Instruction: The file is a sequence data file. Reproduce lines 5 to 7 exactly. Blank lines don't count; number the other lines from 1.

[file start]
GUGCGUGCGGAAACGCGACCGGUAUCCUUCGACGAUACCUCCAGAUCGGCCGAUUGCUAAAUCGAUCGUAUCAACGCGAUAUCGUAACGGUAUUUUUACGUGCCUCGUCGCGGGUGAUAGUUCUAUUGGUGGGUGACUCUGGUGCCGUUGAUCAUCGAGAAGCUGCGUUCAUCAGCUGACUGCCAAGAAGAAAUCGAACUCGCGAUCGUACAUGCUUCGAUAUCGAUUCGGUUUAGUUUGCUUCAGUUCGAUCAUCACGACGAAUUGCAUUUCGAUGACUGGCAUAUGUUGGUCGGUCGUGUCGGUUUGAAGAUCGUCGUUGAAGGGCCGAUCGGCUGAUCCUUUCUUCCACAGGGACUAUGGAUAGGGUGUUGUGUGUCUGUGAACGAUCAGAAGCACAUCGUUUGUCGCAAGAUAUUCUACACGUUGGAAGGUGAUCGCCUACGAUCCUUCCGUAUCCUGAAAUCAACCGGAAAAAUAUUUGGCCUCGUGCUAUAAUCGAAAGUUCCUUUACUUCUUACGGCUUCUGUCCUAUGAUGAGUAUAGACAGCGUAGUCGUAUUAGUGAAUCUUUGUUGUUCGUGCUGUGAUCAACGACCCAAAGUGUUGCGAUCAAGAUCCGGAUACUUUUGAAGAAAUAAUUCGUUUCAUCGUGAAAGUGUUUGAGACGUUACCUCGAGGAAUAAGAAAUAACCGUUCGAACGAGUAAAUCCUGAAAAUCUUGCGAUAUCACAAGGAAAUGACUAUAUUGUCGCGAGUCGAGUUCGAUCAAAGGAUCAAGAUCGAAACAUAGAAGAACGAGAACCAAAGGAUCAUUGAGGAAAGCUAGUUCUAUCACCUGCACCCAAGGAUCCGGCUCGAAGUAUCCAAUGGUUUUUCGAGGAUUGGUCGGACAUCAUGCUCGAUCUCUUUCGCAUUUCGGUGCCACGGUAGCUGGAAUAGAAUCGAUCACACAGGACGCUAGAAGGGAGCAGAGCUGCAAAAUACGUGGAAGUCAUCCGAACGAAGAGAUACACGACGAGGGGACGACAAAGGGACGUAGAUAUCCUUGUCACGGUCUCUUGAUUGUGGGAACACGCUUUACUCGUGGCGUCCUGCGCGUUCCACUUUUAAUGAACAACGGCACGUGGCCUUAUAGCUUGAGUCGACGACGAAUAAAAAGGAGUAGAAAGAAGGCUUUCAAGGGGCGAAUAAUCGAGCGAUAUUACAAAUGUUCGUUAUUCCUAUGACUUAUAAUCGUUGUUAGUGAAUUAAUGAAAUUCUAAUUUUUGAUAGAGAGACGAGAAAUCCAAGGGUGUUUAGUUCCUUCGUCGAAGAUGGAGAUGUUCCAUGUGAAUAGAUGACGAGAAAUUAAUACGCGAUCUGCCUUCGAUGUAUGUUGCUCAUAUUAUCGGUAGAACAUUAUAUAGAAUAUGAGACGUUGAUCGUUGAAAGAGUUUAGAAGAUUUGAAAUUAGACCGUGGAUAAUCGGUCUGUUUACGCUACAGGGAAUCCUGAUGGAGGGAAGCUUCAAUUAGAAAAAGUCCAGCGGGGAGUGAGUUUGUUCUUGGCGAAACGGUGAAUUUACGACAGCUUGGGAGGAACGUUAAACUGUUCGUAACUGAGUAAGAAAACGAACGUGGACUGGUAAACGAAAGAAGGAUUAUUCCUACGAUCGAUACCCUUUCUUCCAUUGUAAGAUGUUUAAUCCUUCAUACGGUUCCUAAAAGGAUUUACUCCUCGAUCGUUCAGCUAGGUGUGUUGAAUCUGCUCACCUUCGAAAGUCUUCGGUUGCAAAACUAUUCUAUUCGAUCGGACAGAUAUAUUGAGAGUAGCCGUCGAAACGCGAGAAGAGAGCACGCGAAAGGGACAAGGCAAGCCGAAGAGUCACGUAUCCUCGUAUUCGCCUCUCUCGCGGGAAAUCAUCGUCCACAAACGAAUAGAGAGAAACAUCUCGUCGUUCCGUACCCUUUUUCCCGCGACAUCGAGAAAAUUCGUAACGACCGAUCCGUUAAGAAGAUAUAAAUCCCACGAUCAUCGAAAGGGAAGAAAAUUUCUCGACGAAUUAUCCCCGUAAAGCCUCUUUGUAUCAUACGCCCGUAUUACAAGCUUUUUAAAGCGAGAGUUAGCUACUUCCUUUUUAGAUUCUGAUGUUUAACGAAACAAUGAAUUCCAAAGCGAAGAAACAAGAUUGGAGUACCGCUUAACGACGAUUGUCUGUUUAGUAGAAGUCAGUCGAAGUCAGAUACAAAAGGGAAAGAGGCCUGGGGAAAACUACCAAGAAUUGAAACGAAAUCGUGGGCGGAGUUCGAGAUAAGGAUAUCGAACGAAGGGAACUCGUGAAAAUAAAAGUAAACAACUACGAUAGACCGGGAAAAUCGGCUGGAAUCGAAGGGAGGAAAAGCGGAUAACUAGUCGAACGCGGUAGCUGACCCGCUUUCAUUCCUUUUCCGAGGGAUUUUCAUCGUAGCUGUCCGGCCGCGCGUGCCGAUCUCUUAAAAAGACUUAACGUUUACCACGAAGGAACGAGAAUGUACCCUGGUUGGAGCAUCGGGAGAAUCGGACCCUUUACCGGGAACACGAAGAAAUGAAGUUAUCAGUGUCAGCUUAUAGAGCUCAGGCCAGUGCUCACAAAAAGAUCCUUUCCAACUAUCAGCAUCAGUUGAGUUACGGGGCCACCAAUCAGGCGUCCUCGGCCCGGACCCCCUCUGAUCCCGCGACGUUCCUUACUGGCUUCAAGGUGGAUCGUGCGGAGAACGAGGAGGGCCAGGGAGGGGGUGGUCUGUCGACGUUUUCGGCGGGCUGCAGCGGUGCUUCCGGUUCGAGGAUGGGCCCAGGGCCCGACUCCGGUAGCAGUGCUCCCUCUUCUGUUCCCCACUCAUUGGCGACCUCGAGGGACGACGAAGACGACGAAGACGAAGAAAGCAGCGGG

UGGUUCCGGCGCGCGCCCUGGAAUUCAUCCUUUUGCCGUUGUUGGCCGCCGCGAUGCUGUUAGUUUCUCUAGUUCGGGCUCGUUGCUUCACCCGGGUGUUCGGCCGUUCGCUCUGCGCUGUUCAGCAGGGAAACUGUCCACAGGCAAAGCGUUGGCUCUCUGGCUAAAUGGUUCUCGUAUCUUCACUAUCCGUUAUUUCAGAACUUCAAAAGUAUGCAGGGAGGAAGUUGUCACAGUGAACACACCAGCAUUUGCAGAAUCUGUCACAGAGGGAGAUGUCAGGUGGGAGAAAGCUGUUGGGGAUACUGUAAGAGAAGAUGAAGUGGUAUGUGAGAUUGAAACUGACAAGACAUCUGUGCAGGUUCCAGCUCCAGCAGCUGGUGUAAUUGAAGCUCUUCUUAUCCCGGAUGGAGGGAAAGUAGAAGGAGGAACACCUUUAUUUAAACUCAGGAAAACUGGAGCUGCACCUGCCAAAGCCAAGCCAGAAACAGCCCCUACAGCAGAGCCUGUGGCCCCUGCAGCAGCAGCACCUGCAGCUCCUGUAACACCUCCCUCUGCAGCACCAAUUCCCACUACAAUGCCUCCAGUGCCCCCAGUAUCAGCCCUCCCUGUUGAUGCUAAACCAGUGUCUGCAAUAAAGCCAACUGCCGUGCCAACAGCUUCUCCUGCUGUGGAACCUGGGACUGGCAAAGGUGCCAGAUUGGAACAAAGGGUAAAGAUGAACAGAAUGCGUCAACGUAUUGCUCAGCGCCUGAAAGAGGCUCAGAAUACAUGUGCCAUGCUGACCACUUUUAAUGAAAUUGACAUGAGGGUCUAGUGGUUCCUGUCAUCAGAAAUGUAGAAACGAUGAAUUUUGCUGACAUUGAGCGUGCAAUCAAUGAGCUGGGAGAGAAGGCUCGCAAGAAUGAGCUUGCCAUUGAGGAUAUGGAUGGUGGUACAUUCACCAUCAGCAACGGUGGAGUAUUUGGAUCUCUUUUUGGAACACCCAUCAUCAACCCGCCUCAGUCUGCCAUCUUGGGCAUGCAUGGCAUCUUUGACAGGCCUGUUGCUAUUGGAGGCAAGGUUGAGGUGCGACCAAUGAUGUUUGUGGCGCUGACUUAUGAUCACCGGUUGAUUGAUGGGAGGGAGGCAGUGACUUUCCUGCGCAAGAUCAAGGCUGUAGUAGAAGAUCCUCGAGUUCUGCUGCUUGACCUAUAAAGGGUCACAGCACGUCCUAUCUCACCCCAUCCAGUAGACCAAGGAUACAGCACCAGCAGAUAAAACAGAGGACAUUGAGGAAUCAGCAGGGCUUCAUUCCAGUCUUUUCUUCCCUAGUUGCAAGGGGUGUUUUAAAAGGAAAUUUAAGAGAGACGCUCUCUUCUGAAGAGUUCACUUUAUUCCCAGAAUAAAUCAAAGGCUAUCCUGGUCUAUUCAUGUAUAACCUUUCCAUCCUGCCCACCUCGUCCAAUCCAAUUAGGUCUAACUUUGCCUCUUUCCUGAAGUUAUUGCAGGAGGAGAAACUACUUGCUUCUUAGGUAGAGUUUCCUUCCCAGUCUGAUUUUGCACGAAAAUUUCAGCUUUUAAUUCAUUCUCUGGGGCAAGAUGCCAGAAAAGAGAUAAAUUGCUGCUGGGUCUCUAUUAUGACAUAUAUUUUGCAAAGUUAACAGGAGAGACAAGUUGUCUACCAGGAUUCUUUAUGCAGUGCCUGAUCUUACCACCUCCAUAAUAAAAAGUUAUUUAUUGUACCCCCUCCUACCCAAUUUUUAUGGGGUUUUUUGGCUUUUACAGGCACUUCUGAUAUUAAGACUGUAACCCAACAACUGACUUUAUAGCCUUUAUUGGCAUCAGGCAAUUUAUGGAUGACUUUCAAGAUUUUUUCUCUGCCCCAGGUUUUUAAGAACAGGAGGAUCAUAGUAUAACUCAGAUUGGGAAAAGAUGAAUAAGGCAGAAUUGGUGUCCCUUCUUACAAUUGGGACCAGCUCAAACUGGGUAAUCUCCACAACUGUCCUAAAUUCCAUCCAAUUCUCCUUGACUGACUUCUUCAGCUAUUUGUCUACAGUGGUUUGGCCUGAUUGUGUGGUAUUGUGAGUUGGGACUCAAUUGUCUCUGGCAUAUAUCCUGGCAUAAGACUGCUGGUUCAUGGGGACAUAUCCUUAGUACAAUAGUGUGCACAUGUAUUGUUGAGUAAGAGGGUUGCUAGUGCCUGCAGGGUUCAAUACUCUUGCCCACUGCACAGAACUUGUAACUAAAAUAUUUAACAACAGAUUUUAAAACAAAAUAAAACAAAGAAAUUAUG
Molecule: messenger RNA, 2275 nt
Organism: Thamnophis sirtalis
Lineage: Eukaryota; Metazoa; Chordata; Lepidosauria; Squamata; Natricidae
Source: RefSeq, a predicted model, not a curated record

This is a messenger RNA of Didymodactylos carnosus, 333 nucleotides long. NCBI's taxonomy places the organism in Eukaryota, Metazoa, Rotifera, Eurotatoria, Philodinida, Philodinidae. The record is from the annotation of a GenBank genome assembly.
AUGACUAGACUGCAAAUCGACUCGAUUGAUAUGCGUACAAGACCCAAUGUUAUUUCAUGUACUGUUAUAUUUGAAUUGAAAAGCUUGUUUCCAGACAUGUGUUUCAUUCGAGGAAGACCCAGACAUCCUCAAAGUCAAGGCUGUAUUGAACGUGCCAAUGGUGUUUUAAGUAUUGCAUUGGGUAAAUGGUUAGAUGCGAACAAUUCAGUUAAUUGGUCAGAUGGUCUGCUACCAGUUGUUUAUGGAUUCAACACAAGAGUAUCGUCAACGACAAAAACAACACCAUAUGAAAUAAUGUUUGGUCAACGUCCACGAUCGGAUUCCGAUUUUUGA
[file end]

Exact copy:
Lineage: Eukaryota; Metazoa; Chordata; Lepidosauria; Squamata; Natricidae
Source: RefSeq, a predicted model, not a curated record

This is a messenger RNA of Didymodactylos carnosus, 333 nucleotides long. NCBI's taxonomy places the organism in Eukaryota, Metazoa, Rotifera, Eurotatoria, Philodinida, Philodinidae. The record is from the annotation of a GenBank genome assembly.